Ireland has a corporate tax rate of 12.5% The rate in other European states is twice that. The rate in the United States is the highest in the world at 39%.
Though their rate is already low, the Irish are willing to cut them still lower in individual arrangements to bring industries to their country. As a result, high-tech companies, including Apple, have opened countless operations in Ireland, and the Irish economy is booming.
The European Union believes Apple’s tax deal with Ireland is unfair. The supra-national bureaucracy is mandating that Apple pay back taxes to Ireland, money that Ireland denies that it owes.
The United States is supporting the EU against both Apple and Ireland, claiming that Apple is parking its profits in an off-shore tax shelter that is Ireland, and that our government is entitled to its 39% cut.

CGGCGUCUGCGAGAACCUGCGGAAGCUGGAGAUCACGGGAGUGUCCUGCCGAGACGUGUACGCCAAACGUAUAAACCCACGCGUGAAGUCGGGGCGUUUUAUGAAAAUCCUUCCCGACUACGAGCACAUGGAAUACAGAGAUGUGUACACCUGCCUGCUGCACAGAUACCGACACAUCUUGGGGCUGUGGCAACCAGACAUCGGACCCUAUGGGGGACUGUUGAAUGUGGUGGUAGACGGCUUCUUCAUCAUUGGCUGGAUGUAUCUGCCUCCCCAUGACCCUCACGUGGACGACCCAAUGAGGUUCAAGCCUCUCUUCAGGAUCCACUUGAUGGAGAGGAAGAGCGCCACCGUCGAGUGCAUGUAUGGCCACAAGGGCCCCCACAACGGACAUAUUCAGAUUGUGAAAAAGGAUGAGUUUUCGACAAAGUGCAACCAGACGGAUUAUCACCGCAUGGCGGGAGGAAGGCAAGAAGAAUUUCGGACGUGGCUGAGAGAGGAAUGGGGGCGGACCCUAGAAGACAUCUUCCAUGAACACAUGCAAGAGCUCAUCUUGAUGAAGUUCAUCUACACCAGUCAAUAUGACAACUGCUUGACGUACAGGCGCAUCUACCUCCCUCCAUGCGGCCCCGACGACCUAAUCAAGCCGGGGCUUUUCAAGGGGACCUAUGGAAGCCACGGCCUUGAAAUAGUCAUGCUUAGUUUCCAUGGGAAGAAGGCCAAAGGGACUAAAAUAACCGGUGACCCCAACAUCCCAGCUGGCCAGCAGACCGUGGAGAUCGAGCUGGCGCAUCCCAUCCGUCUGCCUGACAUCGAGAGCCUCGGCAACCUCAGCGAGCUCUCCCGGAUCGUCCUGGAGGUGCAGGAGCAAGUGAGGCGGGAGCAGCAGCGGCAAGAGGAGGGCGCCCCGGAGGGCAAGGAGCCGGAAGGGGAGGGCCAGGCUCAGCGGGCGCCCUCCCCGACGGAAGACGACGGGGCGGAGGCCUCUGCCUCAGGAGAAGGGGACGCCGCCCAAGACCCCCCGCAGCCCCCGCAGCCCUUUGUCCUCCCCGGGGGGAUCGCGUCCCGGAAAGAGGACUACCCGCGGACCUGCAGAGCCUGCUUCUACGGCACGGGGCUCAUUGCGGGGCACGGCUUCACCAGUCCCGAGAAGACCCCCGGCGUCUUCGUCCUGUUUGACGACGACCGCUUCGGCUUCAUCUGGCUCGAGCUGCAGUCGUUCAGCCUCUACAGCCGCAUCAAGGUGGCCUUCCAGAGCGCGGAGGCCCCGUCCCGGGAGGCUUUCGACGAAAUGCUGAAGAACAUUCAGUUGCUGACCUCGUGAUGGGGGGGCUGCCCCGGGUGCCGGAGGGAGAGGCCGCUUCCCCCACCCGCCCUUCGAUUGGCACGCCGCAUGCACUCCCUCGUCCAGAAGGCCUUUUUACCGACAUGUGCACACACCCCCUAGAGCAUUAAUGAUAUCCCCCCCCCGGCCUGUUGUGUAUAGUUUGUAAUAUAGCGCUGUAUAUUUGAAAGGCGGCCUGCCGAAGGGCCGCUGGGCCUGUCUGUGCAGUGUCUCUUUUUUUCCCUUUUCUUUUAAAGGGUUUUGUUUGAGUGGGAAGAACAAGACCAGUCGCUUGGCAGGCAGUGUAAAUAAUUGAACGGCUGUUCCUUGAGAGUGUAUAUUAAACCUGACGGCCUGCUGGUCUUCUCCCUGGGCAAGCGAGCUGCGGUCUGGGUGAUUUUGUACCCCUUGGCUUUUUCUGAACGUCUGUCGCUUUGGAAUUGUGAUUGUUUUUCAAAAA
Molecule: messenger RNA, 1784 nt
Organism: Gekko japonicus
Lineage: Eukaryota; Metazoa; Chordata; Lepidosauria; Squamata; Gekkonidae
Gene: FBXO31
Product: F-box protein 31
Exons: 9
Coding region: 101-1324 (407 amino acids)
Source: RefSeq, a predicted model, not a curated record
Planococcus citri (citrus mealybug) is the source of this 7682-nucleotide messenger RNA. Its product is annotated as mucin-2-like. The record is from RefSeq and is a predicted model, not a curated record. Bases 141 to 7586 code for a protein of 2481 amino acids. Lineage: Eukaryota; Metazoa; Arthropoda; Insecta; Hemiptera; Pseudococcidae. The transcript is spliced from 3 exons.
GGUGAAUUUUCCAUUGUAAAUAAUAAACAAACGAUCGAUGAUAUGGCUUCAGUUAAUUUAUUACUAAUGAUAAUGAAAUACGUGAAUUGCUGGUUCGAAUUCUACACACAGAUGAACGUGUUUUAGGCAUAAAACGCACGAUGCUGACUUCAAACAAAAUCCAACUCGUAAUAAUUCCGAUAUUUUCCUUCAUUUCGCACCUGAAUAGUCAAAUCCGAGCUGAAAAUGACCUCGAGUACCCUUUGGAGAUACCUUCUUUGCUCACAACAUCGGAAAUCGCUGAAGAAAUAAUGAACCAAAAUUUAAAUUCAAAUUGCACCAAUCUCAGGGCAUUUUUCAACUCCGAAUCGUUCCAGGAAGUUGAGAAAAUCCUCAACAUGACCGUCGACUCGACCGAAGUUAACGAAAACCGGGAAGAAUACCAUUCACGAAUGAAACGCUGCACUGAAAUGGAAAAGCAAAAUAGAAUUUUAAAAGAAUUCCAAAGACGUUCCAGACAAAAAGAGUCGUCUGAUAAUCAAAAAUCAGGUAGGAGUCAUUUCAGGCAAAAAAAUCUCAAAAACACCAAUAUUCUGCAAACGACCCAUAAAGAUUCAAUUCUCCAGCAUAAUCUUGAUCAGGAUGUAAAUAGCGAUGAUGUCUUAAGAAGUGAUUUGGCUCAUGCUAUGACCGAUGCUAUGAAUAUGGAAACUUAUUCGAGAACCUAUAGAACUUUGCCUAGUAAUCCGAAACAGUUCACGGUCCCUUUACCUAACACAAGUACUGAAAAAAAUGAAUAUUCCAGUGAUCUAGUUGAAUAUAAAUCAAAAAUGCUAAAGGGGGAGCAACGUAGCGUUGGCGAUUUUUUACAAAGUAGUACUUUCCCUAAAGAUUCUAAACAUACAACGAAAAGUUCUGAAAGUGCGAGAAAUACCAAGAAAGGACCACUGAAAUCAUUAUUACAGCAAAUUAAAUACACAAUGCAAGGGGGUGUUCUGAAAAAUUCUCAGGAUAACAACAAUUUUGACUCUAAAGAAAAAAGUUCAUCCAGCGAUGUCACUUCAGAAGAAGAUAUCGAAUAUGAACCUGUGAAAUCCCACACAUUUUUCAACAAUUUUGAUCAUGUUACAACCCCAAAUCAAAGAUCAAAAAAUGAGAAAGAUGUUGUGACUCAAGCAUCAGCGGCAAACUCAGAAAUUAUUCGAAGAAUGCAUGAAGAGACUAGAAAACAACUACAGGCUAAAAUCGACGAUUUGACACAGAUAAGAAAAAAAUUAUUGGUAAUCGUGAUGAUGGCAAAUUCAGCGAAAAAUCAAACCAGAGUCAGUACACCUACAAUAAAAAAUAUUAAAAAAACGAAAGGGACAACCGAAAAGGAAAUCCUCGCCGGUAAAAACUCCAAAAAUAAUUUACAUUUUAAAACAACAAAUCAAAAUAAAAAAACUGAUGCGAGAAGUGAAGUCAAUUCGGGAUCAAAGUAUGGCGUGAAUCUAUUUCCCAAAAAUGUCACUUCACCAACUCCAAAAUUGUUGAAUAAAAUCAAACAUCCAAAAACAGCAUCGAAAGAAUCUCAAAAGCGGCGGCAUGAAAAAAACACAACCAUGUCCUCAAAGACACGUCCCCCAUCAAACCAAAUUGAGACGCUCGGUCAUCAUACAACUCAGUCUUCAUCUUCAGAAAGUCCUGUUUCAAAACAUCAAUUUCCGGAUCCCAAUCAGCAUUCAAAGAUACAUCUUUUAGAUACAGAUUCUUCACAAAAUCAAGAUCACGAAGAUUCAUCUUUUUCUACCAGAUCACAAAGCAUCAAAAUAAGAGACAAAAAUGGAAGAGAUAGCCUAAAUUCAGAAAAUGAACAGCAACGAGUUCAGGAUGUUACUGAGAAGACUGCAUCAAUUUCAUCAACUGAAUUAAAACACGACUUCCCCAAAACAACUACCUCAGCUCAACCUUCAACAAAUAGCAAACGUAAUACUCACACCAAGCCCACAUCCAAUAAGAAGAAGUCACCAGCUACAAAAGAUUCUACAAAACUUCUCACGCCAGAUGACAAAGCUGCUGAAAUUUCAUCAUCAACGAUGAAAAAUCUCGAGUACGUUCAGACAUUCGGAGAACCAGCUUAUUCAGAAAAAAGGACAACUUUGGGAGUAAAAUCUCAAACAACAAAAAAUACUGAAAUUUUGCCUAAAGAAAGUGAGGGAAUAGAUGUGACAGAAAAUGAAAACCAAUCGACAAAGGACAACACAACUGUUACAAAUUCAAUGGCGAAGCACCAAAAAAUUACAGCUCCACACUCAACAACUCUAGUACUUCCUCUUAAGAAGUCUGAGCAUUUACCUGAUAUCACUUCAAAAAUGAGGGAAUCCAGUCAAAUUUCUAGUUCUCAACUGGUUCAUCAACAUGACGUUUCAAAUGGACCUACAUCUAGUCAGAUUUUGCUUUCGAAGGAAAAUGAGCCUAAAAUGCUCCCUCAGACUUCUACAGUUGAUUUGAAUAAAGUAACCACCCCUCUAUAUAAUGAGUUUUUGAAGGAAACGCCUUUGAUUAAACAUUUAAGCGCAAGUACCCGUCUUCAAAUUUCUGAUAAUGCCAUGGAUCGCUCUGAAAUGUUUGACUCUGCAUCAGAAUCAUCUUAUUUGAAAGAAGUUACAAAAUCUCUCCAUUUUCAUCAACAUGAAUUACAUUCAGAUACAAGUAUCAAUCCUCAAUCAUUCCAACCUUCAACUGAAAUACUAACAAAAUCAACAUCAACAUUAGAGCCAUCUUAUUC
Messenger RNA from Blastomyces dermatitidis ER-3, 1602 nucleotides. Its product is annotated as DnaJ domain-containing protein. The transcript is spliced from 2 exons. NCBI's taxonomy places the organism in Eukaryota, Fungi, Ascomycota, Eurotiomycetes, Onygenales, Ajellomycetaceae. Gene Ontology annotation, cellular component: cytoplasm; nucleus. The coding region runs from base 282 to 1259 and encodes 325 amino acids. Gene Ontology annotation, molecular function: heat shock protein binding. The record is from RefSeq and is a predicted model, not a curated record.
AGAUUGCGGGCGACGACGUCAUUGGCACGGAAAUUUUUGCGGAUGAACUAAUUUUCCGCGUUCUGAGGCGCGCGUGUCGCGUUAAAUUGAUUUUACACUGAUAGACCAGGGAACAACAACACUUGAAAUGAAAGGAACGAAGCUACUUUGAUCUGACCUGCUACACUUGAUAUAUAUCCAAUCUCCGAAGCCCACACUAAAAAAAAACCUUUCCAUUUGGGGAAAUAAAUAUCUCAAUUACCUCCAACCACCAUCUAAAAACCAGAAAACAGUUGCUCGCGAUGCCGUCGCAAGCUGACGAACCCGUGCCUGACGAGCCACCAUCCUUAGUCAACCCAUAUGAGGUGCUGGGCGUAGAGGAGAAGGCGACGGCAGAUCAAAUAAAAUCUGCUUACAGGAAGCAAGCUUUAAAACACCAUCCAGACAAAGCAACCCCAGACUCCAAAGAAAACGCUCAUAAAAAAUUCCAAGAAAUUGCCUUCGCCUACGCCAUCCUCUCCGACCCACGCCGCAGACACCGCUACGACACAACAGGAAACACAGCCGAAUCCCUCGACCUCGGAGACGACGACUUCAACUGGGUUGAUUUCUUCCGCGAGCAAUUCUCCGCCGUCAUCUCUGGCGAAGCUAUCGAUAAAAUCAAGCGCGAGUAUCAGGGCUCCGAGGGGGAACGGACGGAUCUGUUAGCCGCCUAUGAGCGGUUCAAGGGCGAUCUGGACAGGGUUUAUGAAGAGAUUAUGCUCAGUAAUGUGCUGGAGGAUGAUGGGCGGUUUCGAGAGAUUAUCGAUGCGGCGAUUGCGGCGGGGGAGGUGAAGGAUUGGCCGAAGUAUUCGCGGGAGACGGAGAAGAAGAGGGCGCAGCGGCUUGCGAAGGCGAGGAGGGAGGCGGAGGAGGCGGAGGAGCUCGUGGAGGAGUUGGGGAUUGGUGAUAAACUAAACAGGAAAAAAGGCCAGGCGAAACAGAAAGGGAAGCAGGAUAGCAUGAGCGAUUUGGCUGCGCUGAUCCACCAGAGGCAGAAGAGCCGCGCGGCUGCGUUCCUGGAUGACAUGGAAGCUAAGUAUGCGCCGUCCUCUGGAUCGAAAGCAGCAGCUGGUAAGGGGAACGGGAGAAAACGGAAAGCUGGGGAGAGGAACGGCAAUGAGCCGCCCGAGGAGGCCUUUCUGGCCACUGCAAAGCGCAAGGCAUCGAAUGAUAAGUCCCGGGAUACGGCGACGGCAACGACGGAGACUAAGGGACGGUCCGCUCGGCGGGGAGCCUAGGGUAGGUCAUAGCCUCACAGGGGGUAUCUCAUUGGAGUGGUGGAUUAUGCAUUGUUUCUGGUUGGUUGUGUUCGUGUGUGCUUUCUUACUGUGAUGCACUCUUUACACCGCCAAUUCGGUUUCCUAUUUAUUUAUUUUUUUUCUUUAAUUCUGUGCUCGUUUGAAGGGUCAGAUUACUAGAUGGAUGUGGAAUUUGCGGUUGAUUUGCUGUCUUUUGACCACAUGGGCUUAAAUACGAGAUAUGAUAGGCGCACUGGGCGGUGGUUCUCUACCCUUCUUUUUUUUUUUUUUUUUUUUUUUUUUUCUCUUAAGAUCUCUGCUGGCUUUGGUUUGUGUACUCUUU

Kevin Williamson tells the tale and proposes a startling solution: Why doesn’t the United States cut its exorbitant tax rate so that companies no longer have the incentive to move elsewhere? Why don’t we cut them below that of the Irish to attract global companies to relocate here, thus bringing in all of that investment and employment? The United States, he says, should “be the tax shelter.”
Do you see anything wrong with that?